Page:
Svalbard vs. Churchill for Polar Bear Sightings

Mike Gurrey

13 Oct 2017

The land of the polar bear

If you are having trouble deciding which destination to visit in search of the majestic polar bear, the Svalbard archipelago or the far northern reaches of Canada, then hopefully this short blog will provide some guidance. 

I’m very lucky to be able to say that I have Visited both, and hopefully can help set the scene for you to compare these two unique arctic destinations.


Svalbard Landscape

The landscape of Svalbard is soaring skywards in one glance, and then plunging deep into the icy waters in another. You can easily understand why it’s necessary to explore by boat, with tiny settlements (mostly from a former era) looking like they’re tentatively balanced on the edge of frosty bays. Huge glaciers and big chunks of electric blue icebergs slowly plough their way through rock and ocean. You can go ashore to trek over mossy terrain and snow laden ridge, but the interior of most of Svalbard remains largely impenetrable.

Churchill Landscape

The Churchill area is very different, but no less beautiful. Here is a flat tundra which goes on for miles. Endless horizons only broken by the odd spruce tree, like skeletal wire brushes sticking up from a stage set. There’s something about the great distances and flatness that gives you an impression of wilderness very different to that in Svalbard. A bleak and eerie vastness that reminds you just how insignificant we are to natures powers. Not much can survive up here, but the creatures that do are amazing! Thousands of years of evolution have created only a few species of plants and an extremely hardy collection of fauna who call this place home - and some crazy humans too!



Let’s start with the mighty polar bear. In Svalbard, the best time to see them is in the summer time (Late May – August) on one of our small ship expeditions. You want to aim for the mid-season so the ice has melted enough to access the fjords and get around the island, but not so much that the bears have gone north with the ice floe.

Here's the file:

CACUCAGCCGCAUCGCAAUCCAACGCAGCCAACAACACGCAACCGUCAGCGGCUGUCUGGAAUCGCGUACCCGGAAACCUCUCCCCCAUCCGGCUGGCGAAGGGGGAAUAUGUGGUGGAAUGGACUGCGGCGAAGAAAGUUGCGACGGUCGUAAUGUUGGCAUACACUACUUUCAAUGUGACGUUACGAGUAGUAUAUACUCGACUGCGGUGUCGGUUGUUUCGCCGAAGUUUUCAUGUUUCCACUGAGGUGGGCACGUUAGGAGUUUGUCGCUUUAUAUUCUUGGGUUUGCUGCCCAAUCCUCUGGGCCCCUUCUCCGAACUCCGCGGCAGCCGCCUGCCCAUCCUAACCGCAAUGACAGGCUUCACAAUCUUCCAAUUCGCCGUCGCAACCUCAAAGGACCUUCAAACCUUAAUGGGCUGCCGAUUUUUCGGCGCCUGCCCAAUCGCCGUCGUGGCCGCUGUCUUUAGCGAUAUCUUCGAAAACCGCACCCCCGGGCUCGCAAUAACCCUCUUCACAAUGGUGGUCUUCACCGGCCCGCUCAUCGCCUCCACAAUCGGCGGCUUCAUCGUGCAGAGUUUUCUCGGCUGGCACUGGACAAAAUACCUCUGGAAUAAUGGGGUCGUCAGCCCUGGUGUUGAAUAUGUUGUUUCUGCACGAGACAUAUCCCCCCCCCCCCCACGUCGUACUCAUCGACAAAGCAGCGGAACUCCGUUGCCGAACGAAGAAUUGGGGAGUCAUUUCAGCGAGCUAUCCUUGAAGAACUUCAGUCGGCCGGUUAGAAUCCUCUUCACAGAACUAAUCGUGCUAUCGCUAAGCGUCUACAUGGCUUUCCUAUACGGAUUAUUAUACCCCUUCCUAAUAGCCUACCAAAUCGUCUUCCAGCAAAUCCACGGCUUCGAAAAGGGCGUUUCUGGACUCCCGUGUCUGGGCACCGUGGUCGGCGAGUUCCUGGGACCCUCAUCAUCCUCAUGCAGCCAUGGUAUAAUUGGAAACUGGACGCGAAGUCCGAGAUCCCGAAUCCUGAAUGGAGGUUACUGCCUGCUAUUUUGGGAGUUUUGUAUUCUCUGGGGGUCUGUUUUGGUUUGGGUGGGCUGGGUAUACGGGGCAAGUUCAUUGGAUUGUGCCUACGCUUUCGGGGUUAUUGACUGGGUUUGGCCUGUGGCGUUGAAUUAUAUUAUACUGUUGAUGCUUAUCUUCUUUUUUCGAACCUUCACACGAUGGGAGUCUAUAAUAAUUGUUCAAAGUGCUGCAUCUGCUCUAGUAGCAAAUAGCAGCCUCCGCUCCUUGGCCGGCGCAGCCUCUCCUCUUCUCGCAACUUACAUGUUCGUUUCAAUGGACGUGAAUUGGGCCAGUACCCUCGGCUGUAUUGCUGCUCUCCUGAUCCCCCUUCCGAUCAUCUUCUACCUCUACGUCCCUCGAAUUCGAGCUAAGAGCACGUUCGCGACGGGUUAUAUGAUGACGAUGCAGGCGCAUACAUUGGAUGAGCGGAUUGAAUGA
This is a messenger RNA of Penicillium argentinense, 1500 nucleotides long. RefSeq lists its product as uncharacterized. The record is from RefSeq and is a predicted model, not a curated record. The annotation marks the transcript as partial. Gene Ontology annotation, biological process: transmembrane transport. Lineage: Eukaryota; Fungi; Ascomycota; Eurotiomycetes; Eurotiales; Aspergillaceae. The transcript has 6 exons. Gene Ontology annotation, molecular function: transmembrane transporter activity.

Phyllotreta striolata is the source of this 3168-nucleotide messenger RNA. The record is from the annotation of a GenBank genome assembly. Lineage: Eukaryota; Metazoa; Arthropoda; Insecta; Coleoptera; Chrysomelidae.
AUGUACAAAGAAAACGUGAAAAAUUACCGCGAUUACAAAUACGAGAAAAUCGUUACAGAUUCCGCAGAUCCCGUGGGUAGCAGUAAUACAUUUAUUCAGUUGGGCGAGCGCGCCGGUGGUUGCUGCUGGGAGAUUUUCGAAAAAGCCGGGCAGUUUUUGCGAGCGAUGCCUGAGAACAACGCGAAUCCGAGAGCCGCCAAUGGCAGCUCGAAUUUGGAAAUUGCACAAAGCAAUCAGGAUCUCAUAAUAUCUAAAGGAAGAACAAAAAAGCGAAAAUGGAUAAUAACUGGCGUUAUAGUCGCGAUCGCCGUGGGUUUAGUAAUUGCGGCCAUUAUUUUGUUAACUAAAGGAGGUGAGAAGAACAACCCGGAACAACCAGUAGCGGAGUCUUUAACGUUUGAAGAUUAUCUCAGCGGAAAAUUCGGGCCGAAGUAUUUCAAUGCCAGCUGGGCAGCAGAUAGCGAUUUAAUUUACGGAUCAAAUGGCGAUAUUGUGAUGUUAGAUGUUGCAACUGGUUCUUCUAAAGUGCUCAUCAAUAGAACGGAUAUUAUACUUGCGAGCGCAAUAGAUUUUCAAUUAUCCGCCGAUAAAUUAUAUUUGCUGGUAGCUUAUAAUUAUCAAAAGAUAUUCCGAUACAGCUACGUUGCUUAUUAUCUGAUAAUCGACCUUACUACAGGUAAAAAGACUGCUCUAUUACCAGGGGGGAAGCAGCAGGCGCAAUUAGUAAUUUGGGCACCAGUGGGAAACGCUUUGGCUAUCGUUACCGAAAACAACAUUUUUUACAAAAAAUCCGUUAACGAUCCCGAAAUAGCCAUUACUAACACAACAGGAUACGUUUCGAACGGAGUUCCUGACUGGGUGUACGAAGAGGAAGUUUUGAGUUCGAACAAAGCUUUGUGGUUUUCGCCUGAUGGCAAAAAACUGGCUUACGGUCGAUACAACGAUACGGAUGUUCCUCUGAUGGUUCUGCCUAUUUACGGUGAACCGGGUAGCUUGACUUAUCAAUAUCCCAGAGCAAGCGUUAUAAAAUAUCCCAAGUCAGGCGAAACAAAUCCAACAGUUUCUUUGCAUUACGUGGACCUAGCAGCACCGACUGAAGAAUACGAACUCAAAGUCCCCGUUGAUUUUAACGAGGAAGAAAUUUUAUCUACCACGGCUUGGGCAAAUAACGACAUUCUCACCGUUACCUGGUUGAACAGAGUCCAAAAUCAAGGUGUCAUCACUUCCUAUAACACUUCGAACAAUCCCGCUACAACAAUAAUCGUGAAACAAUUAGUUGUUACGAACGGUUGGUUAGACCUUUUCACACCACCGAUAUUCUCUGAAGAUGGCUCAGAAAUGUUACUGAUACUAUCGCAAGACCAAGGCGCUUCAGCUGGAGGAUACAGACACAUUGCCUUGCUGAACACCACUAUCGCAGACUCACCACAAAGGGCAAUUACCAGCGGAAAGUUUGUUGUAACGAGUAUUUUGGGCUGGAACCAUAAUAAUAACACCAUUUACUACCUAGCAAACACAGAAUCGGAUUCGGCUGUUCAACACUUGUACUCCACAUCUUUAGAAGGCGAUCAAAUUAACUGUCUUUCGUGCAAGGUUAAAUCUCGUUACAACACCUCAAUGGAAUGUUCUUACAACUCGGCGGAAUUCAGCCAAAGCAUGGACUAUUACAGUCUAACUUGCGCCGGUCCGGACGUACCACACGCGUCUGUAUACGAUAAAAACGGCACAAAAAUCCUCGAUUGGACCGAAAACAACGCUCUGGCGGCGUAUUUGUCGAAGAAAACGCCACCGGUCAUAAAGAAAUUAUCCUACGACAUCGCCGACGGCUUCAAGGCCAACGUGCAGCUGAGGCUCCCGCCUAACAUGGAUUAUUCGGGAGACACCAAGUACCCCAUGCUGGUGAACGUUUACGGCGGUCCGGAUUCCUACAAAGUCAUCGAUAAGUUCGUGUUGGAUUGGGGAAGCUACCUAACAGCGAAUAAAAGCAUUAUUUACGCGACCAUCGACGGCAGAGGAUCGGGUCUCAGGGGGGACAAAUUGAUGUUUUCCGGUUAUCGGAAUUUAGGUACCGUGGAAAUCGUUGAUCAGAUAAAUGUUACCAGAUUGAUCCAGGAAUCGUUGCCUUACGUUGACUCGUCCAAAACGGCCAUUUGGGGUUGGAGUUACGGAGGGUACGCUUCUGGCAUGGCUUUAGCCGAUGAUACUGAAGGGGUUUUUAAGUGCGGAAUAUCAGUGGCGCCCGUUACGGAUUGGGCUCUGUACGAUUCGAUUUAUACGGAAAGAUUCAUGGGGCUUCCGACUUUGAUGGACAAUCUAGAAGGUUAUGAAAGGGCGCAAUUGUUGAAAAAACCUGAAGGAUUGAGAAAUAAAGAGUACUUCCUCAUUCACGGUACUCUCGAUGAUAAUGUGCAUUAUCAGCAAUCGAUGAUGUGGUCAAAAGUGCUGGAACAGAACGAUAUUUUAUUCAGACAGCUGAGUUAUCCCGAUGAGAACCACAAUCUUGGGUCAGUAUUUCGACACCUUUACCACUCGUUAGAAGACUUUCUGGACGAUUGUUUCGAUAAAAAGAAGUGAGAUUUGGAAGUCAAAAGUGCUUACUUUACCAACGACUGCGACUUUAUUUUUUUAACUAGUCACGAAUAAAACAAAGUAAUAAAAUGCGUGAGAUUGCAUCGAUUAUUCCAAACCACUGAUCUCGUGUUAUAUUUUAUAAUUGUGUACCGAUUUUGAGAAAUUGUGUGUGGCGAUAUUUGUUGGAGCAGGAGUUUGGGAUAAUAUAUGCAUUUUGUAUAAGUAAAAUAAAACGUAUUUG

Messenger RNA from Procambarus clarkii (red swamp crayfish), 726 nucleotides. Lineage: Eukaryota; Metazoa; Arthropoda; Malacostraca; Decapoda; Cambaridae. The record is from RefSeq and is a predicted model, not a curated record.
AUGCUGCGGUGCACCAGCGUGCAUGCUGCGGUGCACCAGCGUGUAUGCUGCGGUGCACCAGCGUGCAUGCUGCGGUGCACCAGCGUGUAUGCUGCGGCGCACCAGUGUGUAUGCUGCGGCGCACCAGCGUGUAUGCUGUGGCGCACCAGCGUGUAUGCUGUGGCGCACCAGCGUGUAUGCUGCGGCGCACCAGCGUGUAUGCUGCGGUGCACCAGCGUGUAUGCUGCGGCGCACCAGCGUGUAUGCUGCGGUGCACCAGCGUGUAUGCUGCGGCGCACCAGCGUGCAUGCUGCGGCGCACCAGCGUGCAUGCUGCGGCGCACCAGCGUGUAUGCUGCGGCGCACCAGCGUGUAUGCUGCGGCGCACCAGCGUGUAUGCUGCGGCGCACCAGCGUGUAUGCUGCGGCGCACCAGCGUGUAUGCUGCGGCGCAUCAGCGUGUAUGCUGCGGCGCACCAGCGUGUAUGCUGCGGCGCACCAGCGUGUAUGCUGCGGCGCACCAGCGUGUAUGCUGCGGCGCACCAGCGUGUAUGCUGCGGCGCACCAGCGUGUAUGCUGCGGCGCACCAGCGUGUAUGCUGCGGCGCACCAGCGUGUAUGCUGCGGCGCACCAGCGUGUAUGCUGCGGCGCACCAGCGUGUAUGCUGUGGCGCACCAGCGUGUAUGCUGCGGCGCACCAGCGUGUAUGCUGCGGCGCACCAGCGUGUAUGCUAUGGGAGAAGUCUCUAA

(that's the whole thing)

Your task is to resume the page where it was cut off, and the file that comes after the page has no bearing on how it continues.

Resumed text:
Other than the huge alluring white beast, Svalbard has a host of other enticing wildlife. My favourite, the walrus, occupies a pretty high spot on the food chain so is in plentiful supply. These big piles of blubbery mass can be found on rocky shores, playfully rolling around in the water or climbing on top of each other sleepily. Seals of various species are present but understandably elusive, being the favourite food of the king of the Arctic. Whales often surface, and there 12 different species of them, including humpback, sperm, and minke whales. On land you may encounter the lovable Arctic fox or the shaggy Arctic reindeer. 

Then there are the birds! The arctic vista wouldn’t be complete without the soaring, swooping and gliding of these well-honed polar professionals.

Churchill WILDLIFE

In Churchill, polar bear season starts as early as March (for seeing cubs in the denning areas) or June in some areas (if tracking them on foot in the wilderness). Or, if its high bear density you’re after, then head to the Hudson bay area for October/November, as this is the time when the ice first starts to freeze and the bears can head out to hunt for seals. Later in the season, when the skies are getting darker, you also have the alluring presence of the northern lights, a most spectacular backdrop to your polar bear experience! Churchill’s animal population is most abundant in the late summer and autumn, when beluga whales arrive in Hudson Bay, and you can enjoy them in the water (either in kayaks or just a wet suit). You can stay in a rustic lodge and watch the caribou with their majestic antlers, migrating in their hundreds of thousands over the colourful tundra. There are wolves and black bears out foraging for such caribou, Arctic hare or musk oxen carrion, and birds aplenty (such as gyrfalcons, snowy owls and tundra swans). 



In Svalbard you will most likely embark on a voyage around the Svalbard archipelago. From the deck of the ship you will be witnessing Polar Bears from an elevated view, or from small zodiac boats and therefore at a closer range. The ships on offer vary in size, but most take a similar route circumnavigating the mountainous island, venturing into fjords and getting as close to the pack-ice and glaciers as possible in search of wildlife. You will get to explore further inshore by going out on small zodiac boats, and having a number of hikes on the tundra. I loved being able to go ashore and stretch my legs! 


In Churchill, you will either be in a specially designed tundra vehicle (the polar rover), or tracking the bears on foot. From the vehicle you are also above the bears, but the vehicle is a source of curiosity so the bears do wander close to inspect this strange lump of metal in their otherwise pristine wilderness. When I was out there a bear same right up close, stuck his nose in the air, and climbed up on his hind legs to sniff at the windows! Tracking the bears on foot you can’t cover as much area so won’t necessarily see as many bears, and you have to keep an obviously preferable distance. However, the experience of being totally immersed in true wilderness, and the possibility of being at eye level with the great ice bear himself, on his territory, is an unparalleled one, and not something you will easily forget!

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